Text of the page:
DEADLINE: And speaking of kicking ass we’ve seen Charlize in these types of roles over the years. Was she just a pro at doing the stunt work?
PRINCE-BYTHEWOOD: She knew what it would take and the amount of training that it would take and she dove into that. The thing is, it’s not just the training of it but once you’re on set it is 16, 17, 18 takes of something to get it right because with stunts it has to be perfect. The punches have to be perfect, the kicks, the tackles, the swing of the ax — it has to be perfect. So you have to keep going and going and the great thing was never once did any of the actors say “I’ve had enough” or “I’m too tired.” Thank God because if it’s not on set it’s not going to be in the editing room.
DEADLINE: It’s kind of annoying that we still talk about this today, but there are not that many Black women or women especially that get opportunities to direct these types of movies. But it seems like, especially now, that a lot of people are having these conversations about racial injustices that it’s reached a fervor. Hollywood has also committed to increasing diversity. Do you see the doors sort of opening more for women in this space?
PRINCE-BYTHEWOOD: I do. I give all props to Patty Jenkins. The amount of pressure she was under and she came through in such a big way. I loved Wonder Woman and her success absolutely cracked the door open for a group of us. I was very excited about this year. This is the first time in Hollywood history that six women were at the helm of these big blockbuster films in the same year. And all of these films were focusing on female characters as well. I’m praying that their films get to have the theatrical release that has been promised. Obviously, we’re not in control of that, as we’re being made aware of more clearly every day.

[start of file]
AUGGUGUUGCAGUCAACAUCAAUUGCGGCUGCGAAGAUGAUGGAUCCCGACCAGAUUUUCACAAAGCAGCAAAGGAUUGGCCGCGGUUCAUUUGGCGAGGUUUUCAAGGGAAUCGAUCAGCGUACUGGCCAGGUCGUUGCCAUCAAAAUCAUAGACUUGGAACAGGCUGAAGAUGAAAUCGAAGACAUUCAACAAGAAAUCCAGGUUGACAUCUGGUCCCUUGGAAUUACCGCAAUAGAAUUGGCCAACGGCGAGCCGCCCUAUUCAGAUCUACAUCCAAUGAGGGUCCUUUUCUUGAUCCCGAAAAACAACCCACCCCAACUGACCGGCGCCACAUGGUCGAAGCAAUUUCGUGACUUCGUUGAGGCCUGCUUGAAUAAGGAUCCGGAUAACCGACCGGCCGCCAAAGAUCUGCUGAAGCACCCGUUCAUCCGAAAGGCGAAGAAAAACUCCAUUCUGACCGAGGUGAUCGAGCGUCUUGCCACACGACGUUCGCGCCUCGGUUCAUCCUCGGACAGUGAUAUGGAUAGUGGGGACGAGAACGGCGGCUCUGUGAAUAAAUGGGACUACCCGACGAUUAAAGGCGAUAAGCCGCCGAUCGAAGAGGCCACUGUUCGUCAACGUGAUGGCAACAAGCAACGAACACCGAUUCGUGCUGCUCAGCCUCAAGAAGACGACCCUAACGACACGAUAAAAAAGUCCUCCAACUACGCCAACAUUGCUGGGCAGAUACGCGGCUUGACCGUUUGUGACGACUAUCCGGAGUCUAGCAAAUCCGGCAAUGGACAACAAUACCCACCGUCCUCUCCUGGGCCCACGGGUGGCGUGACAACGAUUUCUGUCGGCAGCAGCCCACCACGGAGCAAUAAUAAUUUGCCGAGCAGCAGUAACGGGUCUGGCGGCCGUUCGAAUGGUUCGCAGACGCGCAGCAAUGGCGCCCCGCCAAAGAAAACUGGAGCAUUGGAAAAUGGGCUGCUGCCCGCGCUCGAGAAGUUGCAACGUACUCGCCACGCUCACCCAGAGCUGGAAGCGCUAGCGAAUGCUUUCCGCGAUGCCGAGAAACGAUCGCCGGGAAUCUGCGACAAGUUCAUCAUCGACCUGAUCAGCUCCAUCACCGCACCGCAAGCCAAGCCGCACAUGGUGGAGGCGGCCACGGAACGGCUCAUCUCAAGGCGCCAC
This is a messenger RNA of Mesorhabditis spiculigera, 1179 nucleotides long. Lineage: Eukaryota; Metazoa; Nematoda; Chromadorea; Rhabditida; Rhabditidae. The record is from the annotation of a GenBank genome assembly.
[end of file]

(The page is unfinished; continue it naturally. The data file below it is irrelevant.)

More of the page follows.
But this did absolutely feel like a key change and the key is, as we know, success begets success. So it’s my hope that The Old Guard does well, it’s my hope that Mulan does well and Black Widow, so that we can just erase this narrative that Hollywood has that, one, women don’t like watching these movies, and two, that women don’t have a desire to make these movies, and the third one, that women can’t handle making these films. Filmmakers make films no matter what genre. You tell a good story first.
DEADLINE: You mentioned feeling the pressure with getting this film right. Do you feel that weighted pressure of having to make really good content to move the conversation in that direction?
PRINCE-BYTHEWOOD: Yeah, this felt a little different. In my past work, the pressure is more on who I am in that I want to make really good movies. I am always aspiring to greatness. I haven’t gotten there yet, but I’m going to work for that and be all in and be singularly focused, which is why it’s been, a year and a half, two years writing my script. I don’t ever want to put something out that is not good, so that’s my internal drive. With [The Old Guard], even the bigness of it and the visibility of it and the fact that in 2020 yet another first, I cannot fail because there’s so few of us that any failures are so highlighted and spotlighted and I don’t want to hurt the next person that’s going to be coming behind me. I want to do what Patty Jenkins did and have them say “Oh damn, we were wrong. And actually, you know what? Black people, we can do anything. So give us more opportunities to make any film we want to make.”
DEADLINE: You’ve done five films so far in your long career. Is that why you are so selective of the projects that you take on?
PRINCE-BYTHEWOOD: Absolutely. I love what I do. It’s also very hard. I have to be passionate about what I’m doing because that’s what it takes. Every film is a fight not only to get it made, but then to make it. If I’m going to be in the fight, I need to be fighting for something I’m passionate about. If I’m going to be away from kids and my husband it needs to be for a reason, so I am selective. Because also everything that you do and put in the world that becomes your legacy and that means something to me.
DEADLINE: Do you think about what you want your legacy to be?